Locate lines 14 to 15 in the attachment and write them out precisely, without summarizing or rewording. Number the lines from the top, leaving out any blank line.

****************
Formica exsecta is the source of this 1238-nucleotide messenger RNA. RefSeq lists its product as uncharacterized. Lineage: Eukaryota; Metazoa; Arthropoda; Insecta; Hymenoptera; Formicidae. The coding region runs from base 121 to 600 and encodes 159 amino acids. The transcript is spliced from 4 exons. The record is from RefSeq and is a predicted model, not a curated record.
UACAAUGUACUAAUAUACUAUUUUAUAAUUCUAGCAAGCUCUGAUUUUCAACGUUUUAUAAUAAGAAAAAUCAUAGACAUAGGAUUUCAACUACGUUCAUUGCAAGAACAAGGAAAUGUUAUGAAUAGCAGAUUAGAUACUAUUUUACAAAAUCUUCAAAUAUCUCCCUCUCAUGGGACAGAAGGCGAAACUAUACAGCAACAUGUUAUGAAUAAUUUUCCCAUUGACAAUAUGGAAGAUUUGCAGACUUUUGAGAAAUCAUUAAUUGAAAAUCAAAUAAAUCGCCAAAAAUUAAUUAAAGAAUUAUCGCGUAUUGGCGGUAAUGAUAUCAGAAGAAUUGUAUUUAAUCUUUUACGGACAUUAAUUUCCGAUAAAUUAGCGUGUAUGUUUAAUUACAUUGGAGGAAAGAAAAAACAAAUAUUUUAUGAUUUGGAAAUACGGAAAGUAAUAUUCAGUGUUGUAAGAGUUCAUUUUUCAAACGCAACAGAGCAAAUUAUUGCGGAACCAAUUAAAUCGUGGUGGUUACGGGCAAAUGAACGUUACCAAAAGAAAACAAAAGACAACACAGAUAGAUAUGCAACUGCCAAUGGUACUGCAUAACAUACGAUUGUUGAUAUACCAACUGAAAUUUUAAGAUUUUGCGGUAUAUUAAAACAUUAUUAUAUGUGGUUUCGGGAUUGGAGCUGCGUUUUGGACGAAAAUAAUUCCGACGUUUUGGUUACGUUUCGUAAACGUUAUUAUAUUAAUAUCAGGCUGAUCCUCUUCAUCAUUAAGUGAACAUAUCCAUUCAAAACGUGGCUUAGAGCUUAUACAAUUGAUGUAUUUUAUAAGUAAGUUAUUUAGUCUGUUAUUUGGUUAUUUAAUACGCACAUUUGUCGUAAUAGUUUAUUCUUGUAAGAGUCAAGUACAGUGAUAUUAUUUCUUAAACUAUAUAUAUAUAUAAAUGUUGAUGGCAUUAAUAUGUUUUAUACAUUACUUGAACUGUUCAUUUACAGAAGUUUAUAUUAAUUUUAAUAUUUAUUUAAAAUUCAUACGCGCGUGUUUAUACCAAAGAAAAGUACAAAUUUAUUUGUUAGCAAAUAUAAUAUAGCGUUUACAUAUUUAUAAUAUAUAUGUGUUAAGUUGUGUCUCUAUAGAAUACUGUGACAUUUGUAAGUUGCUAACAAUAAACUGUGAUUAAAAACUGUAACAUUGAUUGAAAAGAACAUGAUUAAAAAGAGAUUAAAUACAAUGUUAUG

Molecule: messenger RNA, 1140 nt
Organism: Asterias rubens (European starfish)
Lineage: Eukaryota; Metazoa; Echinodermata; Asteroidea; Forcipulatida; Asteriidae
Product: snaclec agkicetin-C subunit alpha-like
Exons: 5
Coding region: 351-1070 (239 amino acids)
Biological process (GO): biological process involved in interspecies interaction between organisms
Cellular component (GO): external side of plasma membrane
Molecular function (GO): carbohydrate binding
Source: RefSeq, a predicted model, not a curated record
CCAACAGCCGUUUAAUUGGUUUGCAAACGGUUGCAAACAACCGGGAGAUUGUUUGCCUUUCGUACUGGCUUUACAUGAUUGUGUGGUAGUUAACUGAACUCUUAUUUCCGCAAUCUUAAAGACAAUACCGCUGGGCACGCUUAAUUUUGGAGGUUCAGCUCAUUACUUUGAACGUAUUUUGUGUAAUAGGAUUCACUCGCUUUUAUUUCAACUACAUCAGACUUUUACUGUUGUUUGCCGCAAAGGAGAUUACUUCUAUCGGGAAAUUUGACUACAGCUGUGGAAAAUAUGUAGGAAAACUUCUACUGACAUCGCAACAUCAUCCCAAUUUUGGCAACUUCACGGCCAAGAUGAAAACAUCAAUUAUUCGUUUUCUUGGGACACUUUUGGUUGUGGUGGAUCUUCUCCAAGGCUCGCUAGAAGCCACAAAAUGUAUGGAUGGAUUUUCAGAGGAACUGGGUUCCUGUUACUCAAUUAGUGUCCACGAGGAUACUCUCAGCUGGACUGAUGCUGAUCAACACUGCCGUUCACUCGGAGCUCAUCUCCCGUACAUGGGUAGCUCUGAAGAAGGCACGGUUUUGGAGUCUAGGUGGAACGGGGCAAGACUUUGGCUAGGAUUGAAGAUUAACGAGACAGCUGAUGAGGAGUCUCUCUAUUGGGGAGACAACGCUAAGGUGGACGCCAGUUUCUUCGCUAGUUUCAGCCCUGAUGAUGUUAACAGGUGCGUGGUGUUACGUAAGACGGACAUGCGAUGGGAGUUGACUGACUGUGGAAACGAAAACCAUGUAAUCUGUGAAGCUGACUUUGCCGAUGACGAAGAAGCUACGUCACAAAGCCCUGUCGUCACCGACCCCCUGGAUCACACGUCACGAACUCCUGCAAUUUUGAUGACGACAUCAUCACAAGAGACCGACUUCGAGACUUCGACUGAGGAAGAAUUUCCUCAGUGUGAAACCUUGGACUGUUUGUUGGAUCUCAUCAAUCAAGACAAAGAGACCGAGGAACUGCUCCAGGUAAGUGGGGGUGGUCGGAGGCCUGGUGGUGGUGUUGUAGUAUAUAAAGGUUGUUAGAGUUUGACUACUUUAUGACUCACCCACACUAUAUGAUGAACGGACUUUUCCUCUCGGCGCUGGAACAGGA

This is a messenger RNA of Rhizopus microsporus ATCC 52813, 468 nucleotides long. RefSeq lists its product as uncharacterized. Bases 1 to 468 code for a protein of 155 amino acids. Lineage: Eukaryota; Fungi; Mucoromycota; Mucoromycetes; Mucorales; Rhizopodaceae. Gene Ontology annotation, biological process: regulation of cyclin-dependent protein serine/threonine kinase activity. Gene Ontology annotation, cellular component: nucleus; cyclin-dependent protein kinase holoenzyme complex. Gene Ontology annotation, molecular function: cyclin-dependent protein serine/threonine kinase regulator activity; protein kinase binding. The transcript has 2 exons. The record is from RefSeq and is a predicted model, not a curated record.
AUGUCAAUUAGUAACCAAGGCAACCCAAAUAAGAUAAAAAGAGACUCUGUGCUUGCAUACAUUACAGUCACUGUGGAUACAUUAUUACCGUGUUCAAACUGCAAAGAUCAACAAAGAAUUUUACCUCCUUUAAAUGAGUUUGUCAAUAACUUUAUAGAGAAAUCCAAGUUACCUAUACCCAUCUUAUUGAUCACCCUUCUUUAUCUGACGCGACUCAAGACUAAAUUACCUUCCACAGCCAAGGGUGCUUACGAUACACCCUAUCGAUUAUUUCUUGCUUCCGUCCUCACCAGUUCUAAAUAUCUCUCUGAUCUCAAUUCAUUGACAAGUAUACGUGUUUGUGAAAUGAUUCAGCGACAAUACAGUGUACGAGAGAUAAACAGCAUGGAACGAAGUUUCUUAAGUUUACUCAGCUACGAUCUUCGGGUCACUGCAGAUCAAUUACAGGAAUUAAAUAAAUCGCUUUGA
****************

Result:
This is a messenger RNA of Rhizopus microsporus ATCC 52813, 468 nucleotides long. RefSeq lists its product as uncharacterized. Bases 1 to 468 code for a protein of 155 amino acids. Lineage: Eukaryota; Fungi; Mucoromycota; Mucoromycetes; Mucorales; Rhizopodaceae. Gene Ontology annotation, biological process: regulation of cyclin-dependent protein serine/threonine kinase activity. Gene Ontology annotation, cellular component: nucleus; cyclin-dependent protein kinase holoenzyme complex. Gene Ontology annotation, molecular function: cyclin-dependent protein serine/threonine kinase regulator activity; protein kinase binding. The transcript has 2 exons. The record is from RefSeq and is a predicted model, not a curated record.
AUGUCAAUUAGUAACCAAGGCAACCCAAAUAAGAUAAAAAGAGACUCUGUGCUUGCAUACAUUACAGUCACUGUGGAUACAUUAUUACCGUGUUCAAACUGCAAAGAUCAACAAAGAAUUUUACCUCCUUUAAAUGAGUUUGUCAAUAACUUUAUAGAGAAAUCCAAGUUACCUAUACCCAUCUUAUUGAUCACCCUUCUUUAUCUGACGCGACUCAAGACUAAAUUACCUUCCACAGCCAAGGGUGCUUACGAUACACCCUAUCGAUUAUUUCUUGCUUCCGUCCUCACCAGUUCUAAAUAUCUCUCUGAUCUCAAUUCAUUGACAAGUAUACGUGUUUGUGAAAUGAUUCAGCGACAAUACAGUGUACGAGAGAUAAACAGCAUGGAACGAAGUUUCUUAAGUUUACUCAGCUACGAUCUUCGGGUCACUGCAGAUCAAUUACAGGAAUUAAAUAAAUCGCUUUGA